Valentines on a North Country Moor - 25-26d8m1941

Discussion in 'United Kingdom' started by Ramiles, Aug 28, 2021.

  1. Ramiles

    Ramiles Researching 9th Lancers, 24th L and SRY

    There are a few IWM photo series, such as, for example...

    H13033 - Valentines on a North Country Moor, taken around 25/26d8m1941...in "the Whitby area"... although as noted on p20 of "None Had Lances" - "security was so tight that we had to cover up our Divisional sign on the vehicles".

    20210828_165937.jpg

    VALENTINES ON A NORTH COUNTRY MOOR
    H13031 - Object description
    Original wartime caption: Three Valentines about to go down a heather clad slope into the valley below.

    VALENTINES ON A NORTH COUNTRY MOOR
    H13032 - Object description
    Original wartime caption: Two Valentines in a picturesque moorland setting.

    VALENTINES ON A NORTH COUNTRY MOOR
    H13033 - Object description -
    Original wartime caption: Some of the Valentines operating in a picturesque moorland setting.

    Etc.

    VALENTINES ON A NORTH COUNTRY MOOR
    H13038 - Object description -
    Original wartime caption: Some of the Valentines in action during the exercise.

    VALENTINES ON A NORTH COUNTRY MOOR
    H13039 - etc. - Object description
    Original wartime caption: A Valentine tank being hauled aboard a transporter for conveyance. In this way the tracks are saved excessive wear on the roads.

    The images of the tank - T15975 are quite prominent online...
    t15975 valentine - Google Search

    As it has been used as an image reference for modellers...

    However there are also refs to a Canadian T15975 that "didn't leave Canada" - pictured - being used near Ontario in 1942... which is puzzling me.

    I think it would be quite hard, currently, to say if for certain these were the 24th Lancers' "Valentines on a North Country Moor" - although the 24th Lancers War Diary also references...

    24th L - War Diary -
    Whitby
    25/8/41 National Press reporters visited the Regiment on training.


    There aren't many of those pictures though, that show individuals well. There is this one... but even it is not particularly clear, plus it is hampered - in the original "zoomable version" by being orientated on its side - "portrait" rather than "landscape" etc.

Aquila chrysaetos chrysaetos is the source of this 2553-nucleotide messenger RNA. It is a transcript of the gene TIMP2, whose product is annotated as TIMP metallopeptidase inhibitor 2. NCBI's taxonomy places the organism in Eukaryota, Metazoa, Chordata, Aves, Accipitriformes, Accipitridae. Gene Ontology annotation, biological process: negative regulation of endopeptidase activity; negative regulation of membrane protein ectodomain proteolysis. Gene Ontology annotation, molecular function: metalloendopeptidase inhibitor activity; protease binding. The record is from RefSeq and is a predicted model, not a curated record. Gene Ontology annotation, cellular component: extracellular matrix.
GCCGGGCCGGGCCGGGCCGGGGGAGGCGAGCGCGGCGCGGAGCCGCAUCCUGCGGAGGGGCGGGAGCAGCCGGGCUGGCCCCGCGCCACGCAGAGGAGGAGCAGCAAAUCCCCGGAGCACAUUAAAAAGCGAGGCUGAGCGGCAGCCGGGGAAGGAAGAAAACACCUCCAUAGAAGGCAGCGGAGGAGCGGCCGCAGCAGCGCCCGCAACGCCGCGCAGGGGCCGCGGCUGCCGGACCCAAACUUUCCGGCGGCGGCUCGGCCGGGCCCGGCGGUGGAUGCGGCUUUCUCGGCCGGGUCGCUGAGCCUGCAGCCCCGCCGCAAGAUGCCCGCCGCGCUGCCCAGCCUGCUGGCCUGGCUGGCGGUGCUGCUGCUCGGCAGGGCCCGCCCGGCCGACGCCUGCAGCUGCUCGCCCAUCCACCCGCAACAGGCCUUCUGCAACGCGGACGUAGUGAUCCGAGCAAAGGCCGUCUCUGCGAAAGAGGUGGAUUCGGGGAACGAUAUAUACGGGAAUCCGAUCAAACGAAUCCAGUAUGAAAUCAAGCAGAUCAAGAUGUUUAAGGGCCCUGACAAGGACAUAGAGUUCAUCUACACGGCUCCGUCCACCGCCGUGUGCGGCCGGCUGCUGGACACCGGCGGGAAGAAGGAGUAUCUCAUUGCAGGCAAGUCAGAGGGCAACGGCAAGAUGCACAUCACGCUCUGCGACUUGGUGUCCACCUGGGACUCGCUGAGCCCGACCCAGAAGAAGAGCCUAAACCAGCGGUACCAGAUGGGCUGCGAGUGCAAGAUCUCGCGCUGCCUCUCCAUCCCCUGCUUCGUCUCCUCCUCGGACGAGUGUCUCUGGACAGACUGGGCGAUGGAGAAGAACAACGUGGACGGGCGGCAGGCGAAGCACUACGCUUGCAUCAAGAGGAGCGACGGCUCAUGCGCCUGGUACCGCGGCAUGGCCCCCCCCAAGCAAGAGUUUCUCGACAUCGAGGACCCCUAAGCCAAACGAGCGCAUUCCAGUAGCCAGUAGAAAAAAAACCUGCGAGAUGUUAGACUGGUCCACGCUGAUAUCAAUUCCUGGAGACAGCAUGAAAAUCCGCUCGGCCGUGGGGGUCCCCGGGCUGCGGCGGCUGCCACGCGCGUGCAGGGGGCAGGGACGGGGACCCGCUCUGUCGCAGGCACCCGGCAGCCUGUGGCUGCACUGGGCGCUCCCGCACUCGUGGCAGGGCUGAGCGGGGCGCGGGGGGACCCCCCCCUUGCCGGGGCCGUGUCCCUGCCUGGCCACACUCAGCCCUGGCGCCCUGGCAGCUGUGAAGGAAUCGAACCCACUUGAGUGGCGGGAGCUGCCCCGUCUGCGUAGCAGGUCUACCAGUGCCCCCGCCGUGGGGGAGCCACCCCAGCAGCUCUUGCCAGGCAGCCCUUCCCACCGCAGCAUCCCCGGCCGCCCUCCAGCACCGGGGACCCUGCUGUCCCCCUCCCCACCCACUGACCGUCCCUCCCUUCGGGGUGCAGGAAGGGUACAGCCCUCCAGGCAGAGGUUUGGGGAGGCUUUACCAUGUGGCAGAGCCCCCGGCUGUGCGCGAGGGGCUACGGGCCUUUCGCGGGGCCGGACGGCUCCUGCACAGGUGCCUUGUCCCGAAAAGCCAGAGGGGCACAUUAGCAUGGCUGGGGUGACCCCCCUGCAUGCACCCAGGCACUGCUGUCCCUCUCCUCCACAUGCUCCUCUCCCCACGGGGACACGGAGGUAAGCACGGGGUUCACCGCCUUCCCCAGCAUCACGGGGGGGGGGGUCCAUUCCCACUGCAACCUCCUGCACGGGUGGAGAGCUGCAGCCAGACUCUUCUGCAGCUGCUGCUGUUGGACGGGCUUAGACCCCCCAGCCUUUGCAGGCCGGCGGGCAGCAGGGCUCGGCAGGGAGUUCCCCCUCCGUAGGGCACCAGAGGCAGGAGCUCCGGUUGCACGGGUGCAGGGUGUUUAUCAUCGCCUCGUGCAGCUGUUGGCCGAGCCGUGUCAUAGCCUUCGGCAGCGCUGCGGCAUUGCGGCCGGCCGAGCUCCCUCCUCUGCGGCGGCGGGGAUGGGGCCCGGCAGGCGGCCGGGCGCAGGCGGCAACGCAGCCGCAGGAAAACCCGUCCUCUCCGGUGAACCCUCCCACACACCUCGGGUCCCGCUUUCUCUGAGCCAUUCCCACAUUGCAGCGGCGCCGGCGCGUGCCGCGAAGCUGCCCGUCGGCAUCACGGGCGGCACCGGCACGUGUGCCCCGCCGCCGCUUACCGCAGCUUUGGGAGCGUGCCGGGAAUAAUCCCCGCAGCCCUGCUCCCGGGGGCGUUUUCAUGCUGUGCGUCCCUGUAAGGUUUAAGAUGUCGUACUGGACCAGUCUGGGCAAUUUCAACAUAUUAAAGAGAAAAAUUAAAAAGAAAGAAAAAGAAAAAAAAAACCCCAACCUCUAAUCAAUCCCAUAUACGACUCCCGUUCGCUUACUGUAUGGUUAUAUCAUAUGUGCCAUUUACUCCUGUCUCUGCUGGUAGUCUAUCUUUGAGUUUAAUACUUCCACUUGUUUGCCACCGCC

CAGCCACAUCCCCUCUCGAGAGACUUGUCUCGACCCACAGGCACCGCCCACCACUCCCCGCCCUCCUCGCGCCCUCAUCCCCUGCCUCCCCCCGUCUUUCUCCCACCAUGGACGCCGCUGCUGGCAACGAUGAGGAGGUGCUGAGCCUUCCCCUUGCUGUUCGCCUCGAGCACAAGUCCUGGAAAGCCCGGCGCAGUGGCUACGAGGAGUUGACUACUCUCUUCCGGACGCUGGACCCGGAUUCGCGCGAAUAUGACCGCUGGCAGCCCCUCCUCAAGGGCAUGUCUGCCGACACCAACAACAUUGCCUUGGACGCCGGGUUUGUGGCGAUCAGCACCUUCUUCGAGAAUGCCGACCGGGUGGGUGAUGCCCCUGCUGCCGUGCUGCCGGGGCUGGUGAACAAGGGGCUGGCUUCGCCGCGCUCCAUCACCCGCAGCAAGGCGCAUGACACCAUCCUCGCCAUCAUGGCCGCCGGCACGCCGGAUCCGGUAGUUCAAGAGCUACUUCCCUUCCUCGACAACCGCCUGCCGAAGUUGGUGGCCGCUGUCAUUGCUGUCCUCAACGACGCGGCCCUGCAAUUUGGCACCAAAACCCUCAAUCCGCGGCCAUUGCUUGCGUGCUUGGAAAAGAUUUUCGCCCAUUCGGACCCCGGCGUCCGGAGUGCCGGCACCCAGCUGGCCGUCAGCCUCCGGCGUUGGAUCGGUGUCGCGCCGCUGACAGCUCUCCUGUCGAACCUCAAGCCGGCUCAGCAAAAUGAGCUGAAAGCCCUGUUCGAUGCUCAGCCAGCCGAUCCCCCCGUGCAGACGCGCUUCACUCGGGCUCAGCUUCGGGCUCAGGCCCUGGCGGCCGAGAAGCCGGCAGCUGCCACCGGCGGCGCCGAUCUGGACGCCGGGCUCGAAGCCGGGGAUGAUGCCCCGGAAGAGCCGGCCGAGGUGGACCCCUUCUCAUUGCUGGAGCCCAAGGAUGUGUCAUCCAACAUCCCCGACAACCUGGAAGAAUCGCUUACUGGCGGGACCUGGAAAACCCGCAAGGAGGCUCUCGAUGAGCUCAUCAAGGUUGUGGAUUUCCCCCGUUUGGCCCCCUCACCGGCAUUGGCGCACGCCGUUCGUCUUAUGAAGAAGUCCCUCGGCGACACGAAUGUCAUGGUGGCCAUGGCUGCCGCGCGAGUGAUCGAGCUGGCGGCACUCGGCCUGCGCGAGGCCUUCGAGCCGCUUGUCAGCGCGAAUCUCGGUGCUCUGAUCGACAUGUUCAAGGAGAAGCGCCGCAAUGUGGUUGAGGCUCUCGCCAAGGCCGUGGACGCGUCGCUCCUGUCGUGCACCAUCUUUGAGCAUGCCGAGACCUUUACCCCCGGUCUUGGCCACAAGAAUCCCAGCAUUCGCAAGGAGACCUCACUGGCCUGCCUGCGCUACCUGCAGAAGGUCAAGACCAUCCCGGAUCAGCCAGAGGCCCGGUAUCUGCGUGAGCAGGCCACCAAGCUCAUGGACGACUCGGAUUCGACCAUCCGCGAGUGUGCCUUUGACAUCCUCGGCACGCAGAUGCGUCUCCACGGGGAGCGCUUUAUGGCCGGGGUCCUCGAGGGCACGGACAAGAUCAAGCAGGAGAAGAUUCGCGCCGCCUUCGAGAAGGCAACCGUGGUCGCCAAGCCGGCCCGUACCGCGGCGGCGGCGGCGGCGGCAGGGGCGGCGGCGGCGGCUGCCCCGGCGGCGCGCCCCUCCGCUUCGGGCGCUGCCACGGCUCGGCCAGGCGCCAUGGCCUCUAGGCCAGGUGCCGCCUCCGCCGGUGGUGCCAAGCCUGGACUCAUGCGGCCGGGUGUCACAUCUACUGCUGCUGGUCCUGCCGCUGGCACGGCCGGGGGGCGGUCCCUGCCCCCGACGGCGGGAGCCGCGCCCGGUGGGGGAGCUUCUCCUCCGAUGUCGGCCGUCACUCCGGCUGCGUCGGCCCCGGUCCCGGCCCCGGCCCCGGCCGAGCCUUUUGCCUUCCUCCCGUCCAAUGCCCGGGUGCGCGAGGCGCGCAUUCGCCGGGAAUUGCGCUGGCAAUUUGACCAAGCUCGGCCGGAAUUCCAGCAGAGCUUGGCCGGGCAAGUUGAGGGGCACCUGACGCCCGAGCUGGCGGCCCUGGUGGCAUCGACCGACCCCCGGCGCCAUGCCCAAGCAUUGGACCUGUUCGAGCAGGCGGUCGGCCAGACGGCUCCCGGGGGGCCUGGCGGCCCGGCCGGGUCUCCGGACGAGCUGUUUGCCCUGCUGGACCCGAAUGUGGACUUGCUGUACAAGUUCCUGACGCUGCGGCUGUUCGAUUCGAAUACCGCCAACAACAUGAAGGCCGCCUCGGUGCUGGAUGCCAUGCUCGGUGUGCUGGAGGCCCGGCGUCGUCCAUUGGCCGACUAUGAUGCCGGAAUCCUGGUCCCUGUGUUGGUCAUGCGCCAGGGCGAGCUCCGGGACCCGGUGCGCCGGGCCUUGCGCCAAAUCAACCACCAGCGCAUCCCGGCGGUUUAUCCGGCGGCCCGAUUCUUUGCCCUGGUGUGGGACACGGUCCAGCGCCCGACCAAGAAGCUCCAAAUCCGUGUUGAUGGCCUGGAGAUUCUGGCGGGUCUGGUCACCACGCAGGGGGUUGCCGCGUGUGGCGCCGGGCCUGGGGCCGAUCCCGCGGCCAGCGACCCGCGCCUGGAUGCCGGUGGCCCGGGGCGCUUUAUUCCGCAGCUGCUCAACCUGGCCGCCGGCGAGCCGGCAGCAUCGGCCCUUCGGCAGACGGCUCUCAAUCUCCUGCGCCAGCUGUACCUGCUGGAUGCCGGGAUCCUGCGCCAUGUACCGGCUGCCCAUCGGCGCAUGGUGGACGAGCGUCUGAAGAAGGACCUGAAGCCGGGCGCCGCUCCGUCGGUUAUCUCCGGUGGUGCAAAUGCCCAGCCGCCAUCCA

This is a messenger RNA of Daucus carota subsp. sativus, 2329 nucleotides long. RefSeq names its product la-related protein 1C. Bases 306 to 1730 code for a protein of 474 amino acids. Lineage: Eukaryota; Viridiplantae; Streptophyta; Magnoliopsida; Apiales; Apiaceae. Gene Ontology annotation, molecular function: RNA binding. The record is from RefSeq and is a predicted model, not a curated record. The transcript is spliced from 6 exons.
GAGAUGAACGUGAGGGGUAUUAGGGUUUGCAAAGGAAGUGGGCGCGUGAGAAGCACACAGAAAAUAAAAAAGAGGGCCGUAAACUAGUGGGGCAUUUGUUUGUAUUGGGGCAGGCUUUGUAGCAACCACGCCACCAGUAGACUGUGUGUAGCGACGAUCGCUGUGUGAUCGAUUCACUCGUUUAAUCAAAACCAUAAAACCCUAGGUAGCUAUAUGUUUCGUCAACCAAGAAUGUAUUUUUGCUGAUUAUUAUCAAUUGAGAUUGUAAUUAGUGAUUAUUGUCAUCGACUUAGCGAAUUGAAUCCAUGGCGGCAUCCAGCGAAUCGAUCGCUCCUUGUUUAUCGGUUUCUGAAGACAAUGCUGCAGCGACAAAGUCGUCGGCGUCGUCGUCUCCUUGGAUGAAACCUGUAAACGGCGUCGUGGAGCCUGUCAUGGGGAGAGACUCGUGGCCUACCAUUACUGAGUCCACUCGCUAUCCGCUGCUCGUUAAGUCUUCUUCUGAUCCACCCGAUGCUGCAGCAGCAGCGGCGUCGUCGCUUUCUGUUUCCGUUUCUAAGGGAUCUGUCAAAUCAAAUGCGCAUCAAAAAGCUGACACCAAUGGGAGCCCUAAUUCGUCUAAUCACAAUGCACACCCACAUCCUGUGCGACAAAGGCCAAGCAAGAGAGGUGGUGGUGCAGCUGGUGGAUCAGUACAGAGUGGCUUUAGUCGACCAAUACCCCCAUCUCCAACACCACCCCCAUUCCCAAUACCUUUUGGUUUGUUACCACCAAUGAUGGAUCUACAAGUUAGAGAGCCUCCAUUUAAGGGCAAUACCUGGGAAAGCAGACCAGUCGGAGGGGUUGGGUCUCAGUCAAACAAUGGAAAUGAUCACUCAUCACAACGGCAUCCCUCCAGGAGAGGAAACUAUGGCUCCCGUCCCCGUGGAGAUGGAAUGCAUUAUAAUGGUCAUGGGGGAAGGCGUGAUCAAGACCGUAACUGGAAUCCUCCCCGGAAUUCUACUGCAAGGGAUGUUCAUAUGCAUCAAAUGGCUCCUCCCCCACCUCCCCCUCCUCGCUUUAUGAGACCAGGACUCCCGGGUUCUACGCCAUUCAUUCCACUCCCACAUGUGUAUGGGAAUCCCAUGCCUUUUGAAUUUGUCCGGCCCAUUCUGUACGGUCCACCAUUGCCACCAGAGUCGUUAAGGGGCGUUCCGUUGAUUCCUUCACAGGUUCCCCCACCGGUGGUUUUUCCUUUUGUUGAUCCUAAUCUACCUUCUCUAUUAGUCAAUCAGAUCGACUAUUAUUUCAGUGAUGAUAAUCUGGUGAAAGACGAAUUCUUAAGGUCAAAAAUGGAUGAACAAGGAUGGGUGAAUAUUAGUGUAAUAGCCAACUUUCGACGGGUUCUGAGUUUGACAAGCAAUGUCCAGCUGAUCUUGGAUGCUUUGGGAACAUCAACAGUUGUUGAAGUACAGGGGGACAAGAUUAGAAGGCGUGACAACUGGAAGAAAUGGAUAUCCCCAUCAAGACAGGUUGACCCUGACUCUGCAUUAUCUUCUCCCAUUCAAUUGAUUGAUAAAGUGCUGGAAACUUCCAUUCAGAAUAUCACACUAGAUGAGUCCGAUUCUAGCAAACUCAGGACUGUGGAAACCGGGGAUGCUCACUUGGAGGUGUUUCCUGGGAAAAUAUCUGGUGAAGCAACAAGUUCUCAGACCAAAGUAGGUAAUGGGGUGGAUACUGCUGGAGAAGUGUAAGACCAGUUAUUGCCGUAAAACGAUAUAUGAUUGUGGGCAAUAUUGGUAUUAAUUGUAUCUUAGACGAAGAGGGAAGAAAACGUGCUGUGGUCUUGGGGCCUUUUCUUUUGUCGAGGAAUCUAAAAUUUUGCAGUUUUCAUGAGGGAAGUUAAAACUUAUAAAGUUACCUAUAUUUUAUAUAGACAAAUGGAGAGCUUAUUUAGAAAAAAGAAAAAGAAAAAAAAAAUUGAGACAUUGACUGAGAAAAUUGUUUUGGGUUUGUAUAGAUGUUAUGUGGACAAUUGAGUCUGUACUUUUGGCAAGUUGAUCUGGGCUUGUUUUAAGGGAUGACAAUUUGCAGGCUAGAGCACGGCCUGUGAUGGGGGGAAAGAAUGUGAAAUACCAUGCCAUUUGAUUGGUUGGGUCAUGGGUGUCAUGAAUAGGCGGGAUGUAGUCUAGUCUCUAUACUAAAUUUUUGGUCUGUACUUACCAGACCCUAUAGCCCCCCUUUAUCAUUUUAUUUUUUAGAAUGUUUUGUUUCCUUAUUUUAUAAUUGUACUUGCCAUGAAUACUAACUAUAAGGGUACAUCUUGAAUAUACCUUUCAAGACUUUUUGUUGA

VALENTINES ON A NORTH COUNTRY MOOR

    H13037 - Object description -
    Original wartime caption: Communication is maintained by radio telephoning between each tank and headquarters.

    For further reference...

    Ian Kerr...

    TRAINING TANK DRIVERS

    H21482 - Object description
    Original wartime caption: The Squadron Leader (sic), Lt. Ian Kerr, who was a farmer from Midlothian, Scotland.

    Taken 15/16d7m1942 - just under a year later...


     
    Last edited: Aug 28, 2021
  2. Trux

    Trux 21 AG Patron

    Fylingdales Moor near Whitby. I used to cycle out there in the 1950s to watch the Territorial Army at play, sorry exercise. Twice I witnessed parachute drops from USAF Flying Boxcars.

    Mike
     
  3. Ramiles

    Ramiles Researching 9th Lancers, 24th L and SRY

    Last edited: Jan 18, 2022 at 11:16 PM
    Chris C and CL1 like this.
  4. Ramiles

    Ramiles Researching 9th Lancers, 24th L and SRY

    Last edited: Jan 19, 2022 at 5:03 AM
    Chris C and CL1 like this.
  5. Ramiles

    Ramiles Researching 9th Lancers, 24th L and SRY

    H13047
    Object description
    Original wartime caption: Troops and one of the newspaper correspondents present interested in the interiors of some of the Valentines whichtook part in the exercise.

    large_H_013146_1.jpg

    It is possible to progress further through this series... after the Valentines on the Moor, and then some shots of the Valentines being loaded on a transporter (H13042 etc)
    there are some pictures of infantry on the Moors, then interestingly these appear to have been "C" Squadron Valentines - this one numbered.... T16098.

    The "brightness" of the "C" Squadron circle, as well as the shape of the tank crew's cap badge - suggests to me that these may be 24th Lancers.

    It is easier to see in the zoom (+) on the image at the link itself...
    A MOORLAND EXERCISE IN NORTHERN COMMAND

    20220119_052734.jpg

    (The 24th Lancers were replaced by 3RTR - (below) - when the 24L was assigned to the 8th Armoured Brigade)

    received_663127511705991.jpeg

    Also... same Valentine - T16098 is at...
    A MOORLAND EXERCISE IN NORTHERN COMMAND
    IWM H13048
    Object description
    Original wartime caption: Troops and newspaper correspondents enjoy a ride on Valentine tanks after the exercise.

    large_H_013048_1-1.jpg


    A MOORLAND EXERCISE IN NORTHERN COMMAND
    (It's possible to see a "C" Squadron roundel but no number on the link immediately above, though it is possibly the same T16098 tank)